Education reform advocates are pointing to the latest national “report card” as evidence more spending and government oversight can’t fix the nation’s public school system.
According to standardized test results released last week by the National Assessment of Educational Progress, only 40 percent of fourth-graders and 33 percent of eighth-graders are proficient in reading and math. Those numbers haven’t changed markedly from two years ago, when students last took the test.
The lackluster results weren’t really surprising, considering test scores have remained basically flat since the early 2000s, despite numerous attempts to better students’ performance.
Lindsey Burke, an education policy analyst with the Heritage Foundation, called the scores “a particular indictment of Obama-era education policies” but noted none of the federal government’s spending in the last 50 years has made much of a difference.
“Historically, federal education spending has been appropriated to close gaps, yet this spending—more than $2 trillion in inflation-adjusted spending at the federal level alone since 1965—has utterly failed to achieve that goal,” she wrote.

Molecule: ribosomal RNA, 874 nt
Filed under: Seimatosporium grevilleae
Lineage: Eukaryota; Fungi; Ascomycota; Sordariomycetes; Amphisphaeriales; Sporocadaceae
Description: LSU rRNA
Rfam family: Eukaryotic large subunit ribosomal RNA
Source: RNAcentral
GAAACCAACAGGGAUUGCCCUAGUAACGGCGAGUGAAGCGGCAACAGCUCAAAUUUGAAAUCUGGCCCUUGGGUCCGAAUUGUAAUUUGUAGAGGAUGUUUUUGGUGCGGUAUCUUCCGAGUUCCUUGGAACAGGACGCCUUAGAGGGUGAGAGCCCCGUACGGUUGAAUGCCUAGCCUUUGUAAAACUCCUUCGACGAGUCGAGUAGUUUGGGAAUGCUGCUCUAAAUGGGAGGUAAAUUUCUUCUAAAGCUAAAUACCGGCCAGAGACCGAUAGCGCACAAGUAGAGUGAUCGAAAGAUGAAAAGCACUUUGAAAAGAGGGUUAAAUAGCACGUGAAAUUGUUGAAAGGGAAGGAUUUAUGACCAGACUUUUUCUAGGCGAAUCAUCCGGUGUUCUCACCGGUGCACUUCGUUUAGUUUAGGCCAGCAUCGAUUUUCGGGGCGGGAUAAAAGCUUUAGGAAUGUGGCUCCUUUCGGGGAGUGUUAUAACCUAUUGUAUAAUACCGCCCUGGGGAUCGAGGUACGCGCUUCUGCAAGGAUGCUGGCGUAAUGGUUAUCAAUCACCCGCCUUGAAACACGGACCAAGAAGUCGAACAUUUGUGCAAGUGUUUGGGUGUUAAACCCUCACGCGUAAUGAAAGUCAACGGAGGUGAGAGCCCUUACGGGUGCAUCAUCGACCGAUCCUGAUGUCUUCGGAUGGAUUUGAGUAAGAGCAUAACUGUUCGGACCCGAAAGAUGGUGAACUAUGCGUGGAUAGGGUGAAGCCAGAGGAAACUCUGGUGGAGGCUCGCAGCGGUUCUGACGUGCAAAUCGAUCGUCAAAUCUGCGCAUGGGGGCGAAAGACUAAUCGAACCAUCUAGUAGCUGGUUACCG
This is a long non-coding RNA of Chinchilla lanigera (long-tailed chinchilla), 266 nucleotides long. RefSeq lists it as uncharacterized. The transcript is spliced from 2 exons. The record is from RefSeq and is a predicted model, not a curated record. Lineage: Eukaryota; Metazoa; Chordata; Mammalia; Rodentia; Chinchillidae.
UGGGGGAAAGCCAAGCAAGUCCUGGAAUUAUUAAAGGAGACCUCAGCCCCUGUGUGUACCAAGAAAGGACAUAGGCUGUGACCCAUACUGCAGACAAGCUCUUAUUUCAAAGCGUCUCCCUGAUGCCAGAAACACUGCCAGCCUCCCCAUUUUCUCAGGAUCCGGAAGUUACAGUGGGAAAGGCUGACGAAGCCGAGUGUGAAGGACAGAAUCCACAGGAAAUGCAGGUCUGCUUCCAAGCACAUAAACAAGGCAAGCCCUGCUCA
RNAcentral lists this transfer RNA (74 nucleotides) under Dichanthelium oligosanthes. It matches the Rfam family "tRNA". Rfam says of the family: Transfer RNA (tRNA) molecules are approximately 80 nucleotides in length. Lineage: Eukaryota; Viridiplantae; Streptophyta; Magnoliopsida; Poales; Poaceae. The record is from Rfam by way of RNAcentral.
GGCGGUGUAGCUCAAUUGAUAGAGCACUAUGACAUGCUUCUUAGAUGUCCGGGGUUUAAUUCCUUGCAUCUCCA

Worse still, test results from 2015 showed slight declines in reading and math scores, meaning the 2017 stagnation suggests a trend of scores going in the wrong direction, Burke wrote, concluding that this year’s results should prompt the federal government to reexamine its longstanding policy of intervention in local education.
Education Secretary Betsy DeVos drew similar conclusions, noting the report card showed gaps between highest and lowest performing students have only gotten wider. DeVos, a longtime school choice advocate, pointed to slight improvements in Florida’s scores as proof that using public money to fund charter schools and subsidize private education for low-income families works.
“Florida’s results show what is possible when we focus on individual students,” she said.
Florida fourth-graders improved their scores in math, while eighth-graders did better in both math and reading. Former Republican Florida Gov. Jeb Bush, who founded the Foundation for Excellence in Education, also touted his state’s modest success as a model for empowering parents with better education options. Mississippi students showed similar modest gains, an improvement Gov. Phil Bryant, a Republican, attributed to “embracing innovative, student-centered policies.”
Center for Education Reform founder and CEO Jeanne Allen noted the irony of this year’s report card release, 35 years to the month after the publication of A Nation at Risk, the 1983 analysis of educational outcomes that sparked nationwide reforms.
“These scores are a sobering reminder that we remain a nation with far too many children and young adults poorly educated, unprepared to enter college or the workforce, and ultimately unable to achieve the American dream of living a rewarding, prosperous life,” she said.